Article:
Art & Technology Now: Gestural Robotics Workshop

With Vaughan Wozniak O’Connor in collaboration with ThinkSpace presents: Art & Technology Now: Gestural Robotics Workshop.

Vaughan Wozniak O’Connor, Fitbit Studies (detail). Laser etched site materials. 2020

How can robots draw? Could this change the way we think about the handmade? Join artist Vaughan Wozniak O’Connor, in a workshop that discusses art, technology and the blurry line between digital and physical. In this one hour lunchtime workshop, Wozniak O’Connor will discuss his use of biometric and geospatial tracking technologies to produce artworks.

Held across the University of Sydney’s Think Space and USU’s Verge Gallery this workshop will provide background to Wozniak O’Connor’s research and entail a demonstration of emerging approaches to drawing, across robotics and digital fabrication.

Vaughan Wozniak-O’Connor’s exhibition Geospatial Atlas will be on display at Verge Gallery from 13 February-20 March 2020

Join the Art & Technology Now: Gestural Robotics Workshop Wednesday 11 March, 1-2pm at ThinkSpace.

Places are limited, register online to secure a place.

Rare Bites: Free lunchtime talks uncovering Library’s hidden treasures

Rare Bites is a series of 30 minute lunchtime talks held monthly during semester. Each talk features an expert speaker spotlighting specific Rare Books and Special Collections resources that are part of their field of study.

The series gives the opportunity for staff & students to learn about some of the treasures and lesser-known gems within Rare Books & Special Collections.

Semester one talks include:

Mary Brunton’s Discipline – bad girls and moral tales 

In Discipline (1814), the Scottish novelist Mary Brunton created one of the first intentionally flawed heroines in anglophone fiction. Ellen Percy’s fictional autobiography tracks her development from spoiled, selfish schoolgirl to respectable wife and mother, as through suffering and dedicated effort her character is transformed. Arguably the inspiration for Jane Austen’s Emma Woodhouse, Ellen’s fictional journey is as moral as it is physical, combining traditions of spiritual autobiography with the tropes of sentimental literature.    

Discipline’s literary impact is only now being recognised, but we can see the influence of the unlikeable Ellen Percy in Austen’s ‘heroine whom no one but myself will much like’. In this talk I discuss the process of restoring Brunton’s novel for the Chawton House Novels series and explain how this remarkable novel went overlooked for so long.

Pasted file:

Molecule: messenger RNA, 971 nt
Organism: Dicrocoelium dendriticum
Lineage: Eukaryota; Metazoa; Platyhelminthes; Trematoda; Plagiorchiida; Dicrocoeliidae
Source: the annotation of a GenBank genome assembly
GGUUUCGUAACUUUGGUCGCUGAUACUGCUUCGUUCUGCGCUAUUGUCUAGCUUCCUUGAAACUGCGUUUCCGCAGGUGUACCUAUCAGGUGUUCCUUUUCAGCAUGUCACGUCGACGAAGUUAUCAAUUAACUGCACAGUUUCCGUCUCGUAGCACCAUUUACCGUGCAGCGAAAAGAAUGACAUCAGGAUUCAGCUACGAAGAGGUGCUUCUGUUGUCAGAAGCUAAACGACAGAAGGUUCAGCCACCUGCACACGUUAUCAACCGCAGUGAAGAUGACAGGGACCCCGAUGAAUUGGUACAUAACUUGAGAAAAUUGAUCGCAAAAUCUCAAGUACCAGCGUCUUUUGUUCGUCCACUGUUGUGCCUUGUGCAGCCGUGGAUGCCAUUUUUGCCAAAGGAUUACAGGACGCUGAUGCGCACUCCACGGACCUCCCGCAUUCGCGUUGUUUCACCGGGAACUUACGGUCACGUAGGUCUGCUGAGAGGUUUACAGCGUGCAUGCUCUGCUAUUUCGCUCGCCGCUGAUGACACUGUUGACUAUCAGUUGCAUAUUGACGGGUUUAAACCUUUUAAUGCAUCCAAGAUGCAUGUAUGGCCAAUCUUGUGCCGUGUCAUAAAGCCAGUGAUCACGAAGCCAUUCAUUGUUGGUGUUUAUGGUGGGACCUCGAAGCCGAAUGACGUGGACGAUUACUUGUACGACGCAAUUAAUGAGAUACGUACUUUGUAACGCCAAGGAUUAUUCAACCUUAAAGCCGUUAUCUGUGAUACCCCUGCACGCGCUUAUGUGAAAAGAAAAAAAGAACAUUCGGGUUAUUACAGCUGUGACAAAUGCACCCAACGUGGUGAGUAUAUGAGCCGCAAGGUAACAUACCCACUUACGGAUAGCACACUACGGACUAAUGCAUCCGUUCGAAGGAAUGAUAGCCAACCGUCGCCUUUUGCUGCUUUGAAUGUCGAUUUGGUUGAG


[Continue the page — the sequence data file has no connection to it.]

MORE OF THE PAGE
Dr Olivia Murphy works on British literature and culture of the long eighteenth century, with a particular interest in women’s writing, novels, and the relationship between literature and science. She is the author of Jane Austen the Reader: The Artist as Critic (2013), the editor of Mary Brunton’s 1814 novel Discipline (2018) and the co-editor of Anna Letitia Barbauld: New Perspectives (2013) and Romantic Climates: Literature and Science in an Age of Catastrophe (2019). She is currently a postdoctoral research fellow in the English Department at the University of Sydney.  

When: Wednesday 11 March, 2020 1:00 – 1:30pm

Location: Fisher Seminar Room (218), level 2

Places are limited, register to secure a place.

Lurid: Crime Paperbacks and Pulp Fiction Exhibition

There has long been a thirst for cheap, mass produced depictions of violence and crime narratives in popular culture from eighteenth century crime ‘broadsides’ sold at public executions and nineteenth century ‘penny dreadfuls’. Rare Books and Special Collections holds an extensive collection of Detective Fiction encompassing twentieth century crime novels as well as pulp fiction series.

A selection of detective fiction on display at the Lurid: Crime Paperbacks and Pulp Fiction Exhibition


Lurid: Crime Paperbacks and Pulp Fiction showcases these books and their cover designs. For instance, the mid-century, green-saturated period of Penguin crime literature paperbacks demonstrates the ‘Marber Grid’, with two-thirds of the layout allowing for striking modernist illustration and bold graphic design. There is power in the simplicity of these designs with their limited colour palette, elements of photomontage, collage, drawing and geometric pattern, and use of sans serif font.

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A selection of detective fiction on display at the Lurid: Crime Paperbacks and Pulp Fiction Exhibition

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At the other extreme of the literary spectrum, there are the garish, titillating and often misogynistic designs that adorn pulp fiction covers. The racy titles and compositional elements of femme fatales and wanton dames, gangsters and gumshoes, and occasional homoerotic imagery, were designed to catch the eyes of disposable sleaze readers (and latter day criminologists).

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A selection of detective fiction on display at the Lurid: Crime Paperbacks and Pulp Fiction Exhibition

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Lurid: Crime Paperbacks and Pulp Fiction reveals and revels in a sense of each genre’s distinctive design, whether highbrow or lowbrow, and the visual impact of these compact, accessible and affordable publications.